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WCCS Library Blog

A Series for High School…..Book 1 “All Fall Down”

embassy row 2

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Children’s Book Council Shortlist 2014 (High School)

Older Readers.
“Fairytales for Wilde Girls” by Allyse Near
“Life in Outer Space” by Melissa Keil.  (High School)
“The First Third” by Will Kostakis. (Senior  High School)
TiHan cover for web
“The Incredible Here and Now” by Felicity Costagno
“The Sky so Heavy” by Claire Zorn    (High School)
Wildlife
“Wildlife” by Fiona Wood
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The Book Thief…seen the movie…have you read the book?

The Book Thief       by Marcus Zusack

The extraordinary #1 New York Times bestseller that is now a major motion picture, Markus Zusak’s unforgettable story is about the ability of books to feed the soul.

It is 1939. Nazi Germany. The country is holding its breath. Death has never been busier, and will become busier still.

Liesel Meminger is a foster girl living outside of Munich, who scratches out a meager existence for herself by stealing when she encounters something she can’t resist–books. With the help of her accordion-playing foster father, she learns to read and shares her stolen books with her neighbors during bombing raids as well as with the Jewish man hidden in her basement.

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2 more books by John Green (Senior Fiction)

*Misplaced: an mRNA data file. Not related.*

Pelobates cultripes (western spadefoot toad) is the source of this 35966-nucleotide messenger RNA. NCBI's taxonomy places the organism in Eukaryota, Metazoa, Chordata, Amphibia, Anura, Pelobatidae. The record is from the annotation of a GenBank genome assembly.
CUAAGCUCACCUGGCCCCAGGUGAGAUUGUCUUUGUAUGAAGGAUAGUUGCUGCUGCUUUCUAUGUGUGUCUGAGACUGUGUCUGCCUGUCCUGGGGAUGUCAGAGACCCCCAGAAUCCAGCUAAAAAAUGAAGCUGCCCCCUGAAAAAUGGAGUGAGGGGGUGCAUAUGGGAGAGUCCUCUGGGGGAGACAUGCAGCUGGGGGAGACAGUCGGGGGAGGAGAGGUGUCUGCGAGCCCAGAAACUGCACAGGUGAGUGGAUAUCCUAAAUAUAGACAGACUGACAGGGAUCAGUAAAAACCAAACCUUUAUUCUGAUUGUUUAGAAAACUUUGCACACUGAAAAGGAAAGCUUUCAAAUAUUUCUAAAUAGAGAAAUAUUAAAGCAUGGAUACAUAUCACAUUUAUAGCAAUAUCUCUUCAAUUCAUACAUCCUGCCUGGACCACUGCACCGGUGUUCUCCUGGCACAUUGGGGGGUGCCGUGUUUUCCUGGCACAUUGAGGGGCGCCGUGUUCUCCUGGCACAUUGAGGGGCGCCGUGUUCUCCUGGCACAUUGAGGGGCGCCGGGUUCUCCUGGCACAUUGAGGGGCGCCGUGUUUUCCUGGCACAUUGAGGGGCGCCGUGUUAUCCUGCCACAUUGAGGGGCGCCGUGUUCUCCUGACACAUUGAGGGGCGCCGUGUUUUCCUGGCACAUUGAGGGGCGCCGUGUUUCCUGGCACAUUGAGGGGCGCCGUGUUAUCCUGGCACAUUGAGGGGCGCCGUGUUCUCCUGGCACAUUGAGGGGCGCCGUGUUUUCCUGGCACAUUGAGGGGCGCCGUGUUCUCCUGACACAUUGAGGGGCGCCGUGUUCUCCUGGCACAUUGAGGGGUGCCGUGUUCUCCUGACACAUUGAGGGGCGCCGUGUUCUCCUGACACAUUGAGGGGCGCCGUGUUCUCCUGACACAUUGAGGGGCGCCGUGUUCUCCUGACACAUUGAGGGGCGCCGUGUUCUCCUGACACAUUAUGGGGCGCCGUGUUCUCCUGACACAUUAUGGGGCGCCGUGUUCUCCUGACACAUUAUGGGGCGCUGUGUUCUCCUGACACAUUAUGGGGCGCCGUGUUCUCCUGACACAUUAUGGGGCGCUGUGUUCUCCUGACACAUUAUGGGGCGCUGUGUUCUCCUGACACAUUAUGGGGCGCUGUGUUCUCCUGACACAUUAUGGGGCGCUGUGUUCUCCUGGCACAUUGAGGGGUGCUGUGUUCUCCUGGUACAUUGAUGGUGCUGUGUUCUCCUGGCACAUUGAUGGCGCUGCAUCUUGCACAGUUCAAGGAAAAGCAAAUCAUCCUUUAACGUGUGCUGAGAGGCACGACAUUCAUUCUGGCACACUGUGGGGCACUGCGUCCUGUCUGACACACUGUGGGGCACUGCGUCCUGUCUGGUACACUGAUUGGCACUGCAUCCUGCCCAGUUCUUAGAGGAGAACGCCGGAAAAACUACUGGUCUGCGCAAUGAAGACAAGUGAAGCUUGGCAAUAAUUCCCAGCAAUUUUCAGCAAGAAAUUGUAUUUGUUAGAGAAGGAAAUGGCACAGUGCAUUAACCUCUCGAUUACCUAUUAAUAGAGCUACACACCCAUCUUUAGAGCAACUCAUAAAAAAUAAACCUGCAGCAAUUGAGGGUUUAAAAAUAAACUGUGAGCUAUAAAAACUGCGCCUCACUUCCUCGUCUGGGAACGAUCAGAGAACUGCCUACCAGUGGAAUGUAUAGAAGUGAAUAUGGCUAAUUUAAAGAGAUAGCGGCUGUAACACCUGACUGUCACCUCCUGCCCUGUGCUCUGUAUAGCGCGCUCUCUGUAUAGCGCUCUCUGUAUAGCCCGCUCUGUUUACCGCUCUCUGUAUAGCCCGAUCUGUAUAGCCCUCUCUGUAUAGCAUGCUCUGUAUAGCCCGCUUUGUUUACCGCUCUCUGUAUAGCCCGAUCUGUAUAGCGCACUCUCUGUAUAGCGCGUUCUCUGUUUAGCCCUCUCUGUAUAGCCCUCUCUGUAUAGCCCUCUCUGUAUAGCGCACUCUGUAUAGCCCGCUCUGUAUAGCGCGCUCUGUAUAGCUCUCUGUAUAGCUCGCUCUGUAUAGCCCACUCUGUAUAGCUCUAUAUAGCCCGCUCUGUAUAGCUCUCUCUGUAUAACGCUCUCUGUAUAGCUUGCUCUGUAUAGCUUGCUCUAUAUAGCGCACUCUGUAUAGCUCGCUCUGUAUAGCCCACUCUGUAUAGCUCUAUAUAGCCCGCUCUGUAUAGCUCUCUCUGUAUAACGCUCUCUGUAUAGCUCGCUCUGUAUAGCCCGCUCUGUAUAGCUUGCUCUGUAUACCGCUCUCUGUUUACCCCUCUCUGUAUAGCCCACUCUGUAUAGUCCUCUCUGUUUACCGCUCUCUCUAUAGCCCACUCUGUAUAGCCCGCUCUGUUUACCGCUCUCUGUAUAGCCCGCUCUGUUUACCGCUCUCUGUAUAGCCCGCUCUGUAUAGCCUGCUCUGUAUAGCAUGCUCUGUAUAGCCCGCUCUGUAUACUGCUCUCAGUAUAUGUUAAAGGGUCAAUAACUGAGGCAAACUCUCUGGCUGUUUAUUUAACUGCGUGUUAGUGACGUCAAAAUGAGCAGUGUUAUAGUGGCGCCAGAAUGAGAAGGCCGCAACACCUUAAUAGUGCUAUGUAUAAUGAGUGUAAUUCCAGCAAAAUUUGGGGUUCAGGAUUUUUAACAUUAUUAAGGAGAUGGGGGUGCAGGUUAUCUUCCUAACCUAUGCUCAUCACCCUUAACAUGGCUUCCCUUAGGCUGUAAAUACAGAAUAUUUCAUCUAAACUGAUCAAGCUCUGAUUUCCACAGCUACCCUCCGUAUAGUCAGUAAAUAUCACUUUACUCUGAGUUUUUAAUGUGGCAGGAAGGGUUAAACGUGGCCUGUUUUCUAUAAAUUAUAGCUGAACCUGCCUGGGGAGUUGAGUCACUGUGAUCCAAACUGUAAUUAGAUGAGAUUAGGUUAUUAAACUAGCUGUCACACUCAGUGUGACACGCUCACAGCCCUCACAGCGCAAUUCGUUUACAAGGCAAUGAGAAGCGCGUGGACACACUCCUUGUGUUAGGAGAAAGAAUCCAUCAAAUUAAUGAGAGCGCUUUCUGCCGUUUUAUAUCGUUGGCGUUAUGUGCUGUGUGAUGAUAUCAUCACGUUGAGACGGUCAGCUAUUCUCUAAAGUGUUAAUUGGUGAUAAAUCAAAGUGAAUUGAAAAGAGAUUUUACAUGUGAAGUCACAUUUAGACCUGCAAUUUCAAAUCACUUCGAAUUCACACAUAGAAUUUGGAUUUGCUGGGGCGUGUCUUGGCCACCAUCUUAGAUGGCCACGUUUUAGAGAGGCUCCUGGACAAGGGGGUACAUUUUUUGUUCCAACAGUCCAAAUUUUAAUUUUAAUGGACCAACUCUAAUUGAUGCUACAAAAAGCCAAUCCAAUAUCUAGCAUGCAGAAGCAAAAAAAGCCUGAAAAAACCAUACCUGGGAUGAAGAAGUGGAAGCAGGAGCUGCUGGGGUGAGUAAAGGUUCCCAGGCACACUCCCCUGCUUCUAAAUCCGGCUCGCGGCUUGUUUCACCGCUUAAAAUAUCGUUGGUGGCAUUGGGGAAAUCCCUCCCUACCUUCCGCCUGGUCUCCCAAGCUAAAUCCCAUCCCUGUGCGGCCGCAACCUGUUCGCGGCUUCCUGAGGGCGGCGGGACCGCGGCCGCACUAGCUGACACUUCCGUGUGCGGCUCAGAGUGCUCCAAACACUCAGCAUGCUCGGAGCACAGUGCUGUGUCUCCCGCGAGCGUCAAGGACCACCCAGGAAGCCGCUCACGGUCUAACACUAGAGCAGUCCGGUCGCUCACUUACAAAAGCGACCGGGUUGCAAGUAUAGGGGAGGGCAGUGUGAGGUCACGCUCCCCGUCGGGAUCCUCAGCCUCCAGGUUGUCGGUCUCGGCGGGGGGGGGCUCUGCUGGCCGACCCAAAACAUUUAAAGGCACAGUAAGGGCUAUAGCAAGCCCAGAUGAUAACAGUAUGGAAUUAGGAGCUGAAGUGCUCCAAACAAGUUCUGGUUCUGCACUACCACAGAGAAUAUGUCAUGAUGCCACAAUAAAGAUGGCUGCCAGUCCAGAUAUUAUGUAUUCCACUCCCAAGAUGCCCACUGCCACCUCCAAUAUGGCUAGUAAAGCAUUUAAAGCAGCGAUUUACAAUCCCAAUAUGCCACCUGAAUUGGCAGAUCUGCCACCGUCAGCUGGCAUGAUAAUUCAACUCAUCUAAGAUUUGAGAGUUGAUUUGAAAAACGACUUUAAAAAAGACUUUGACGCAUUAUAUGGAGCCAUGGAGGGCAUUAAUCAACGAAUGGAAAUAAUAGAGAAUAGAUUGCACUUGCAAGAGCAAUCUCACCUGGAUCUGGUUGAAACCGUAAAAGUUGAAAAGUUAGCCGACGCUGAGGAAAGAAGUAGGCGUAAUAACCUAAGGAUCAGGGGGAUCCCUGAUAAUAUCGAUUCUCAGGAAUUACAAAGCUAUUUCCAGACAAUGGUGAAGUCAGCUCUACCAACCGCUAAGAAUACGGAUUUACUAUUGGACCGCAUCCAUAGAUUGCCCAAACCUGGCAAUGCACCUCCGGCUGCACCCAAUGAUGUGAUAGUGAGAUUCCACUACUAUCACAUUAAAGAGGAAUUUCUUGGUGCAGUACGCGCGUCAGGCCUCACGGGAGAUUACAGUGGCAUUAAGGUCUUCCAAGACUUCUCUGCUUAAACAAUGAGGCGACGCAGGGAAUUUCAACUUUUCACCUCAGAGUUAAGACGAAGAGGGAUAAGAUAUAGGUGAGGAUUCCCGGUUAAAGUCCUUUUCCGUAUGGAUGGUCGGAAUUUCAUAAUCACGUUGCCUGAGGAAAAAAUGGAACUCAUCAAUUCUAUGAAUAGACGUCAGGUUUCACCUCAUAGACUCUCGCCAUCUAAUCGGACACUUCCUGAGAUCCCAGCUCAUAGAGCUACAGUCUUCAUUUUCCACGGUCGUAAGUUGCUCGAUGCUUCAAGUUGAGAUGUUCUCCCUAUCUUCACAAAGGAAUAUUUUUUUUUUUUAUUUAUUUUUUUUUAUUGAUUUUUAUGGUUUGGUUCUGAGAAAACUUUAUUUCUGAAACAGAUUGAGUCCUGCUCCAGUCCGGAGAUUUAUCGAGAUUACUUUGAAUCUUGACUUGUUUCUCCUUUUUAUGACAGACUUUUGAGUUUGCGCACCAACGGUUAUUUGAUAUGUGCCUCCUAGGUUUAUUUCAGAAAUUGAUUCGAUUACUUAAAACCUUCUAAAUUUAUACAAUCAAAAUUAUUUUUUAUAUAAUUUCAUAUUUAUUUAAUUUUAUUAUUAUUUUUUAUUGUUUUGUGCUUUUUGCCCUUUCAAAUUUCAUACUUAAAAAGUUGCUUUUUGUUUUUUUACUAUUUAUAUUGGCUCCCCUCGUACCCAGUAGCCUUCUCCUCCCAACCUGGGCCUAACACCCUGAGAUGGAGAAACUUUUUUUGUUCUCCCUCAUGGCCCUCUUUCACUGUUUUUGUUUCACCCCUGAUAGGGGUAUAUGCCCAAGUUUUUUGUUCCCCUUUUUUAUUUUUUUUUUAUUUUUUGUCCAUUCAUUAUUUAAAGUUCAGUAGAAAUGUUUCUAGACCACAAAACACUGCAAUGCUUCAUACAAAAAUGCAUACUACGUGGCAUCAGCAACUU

When it comes to relationships, Colin Singleton’s type is girls named Katherine. And when it comes to girls named Katherine, Colin is always getting dumped. Nineteen times, to be exact. On a road trip miles from home, this anagram-happy, washed-up child prodigy has ten thousand dollars in his pocket, a bloodthirsty feral hog on his trail, and an overweight Judge Judy – loving best friend riding shotgun – but no Katherines. Colin is on a mission to prove The Theorem of Underlying Katherine Predictability, which he hopes will predict the future of any relationship, avenge Dumpees everywhere, and finally win him the girl.

Love, friendship, and a dead Austro-Hungarian archduke add up to surprising and heart-changing conclusions in this ingeniously layered comic novel about reinventing oneself.

 

Quentin Jacobsen has spent a lifetime loving the magnificently adventurous Margo Roth Spiegelman from afar. So when she cracks open a window and climbs back into his life—dressed like a ninja and summoning him for an ingenious campaign of revenge—he follows.

After their all-nighter ends and a new day breaks, Q arrives at school to discover that Margo, always an enigma, has now become a mystery. But Q soon learns that there are clues—and they’re for him. Urged down a disconnected path, the closer he gets, the less Q sees of the girl he thought he knew.

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Never Been Kissed

Never Been Kissed

Melody Carlson

16 year old Elise is looking for a fresh start. She has just moved house, is starting at a new school and dreaming of that magical ‘first kiss.’ Elise falls in with the ‘cool’ crowd and finds herself in the middle of an awkward situation… the boy she’s interested in and his CURRENT girlfriend.

This is an enjoyable, well-written story with a good moral underpinning. Elise negotiates some tricky teen issues and discovers the importance of staying true to yourself and the damaging effects of ‘little white lies’ when they start spiraling out of control.

Recommended for teens, Year 7+

Enjoy!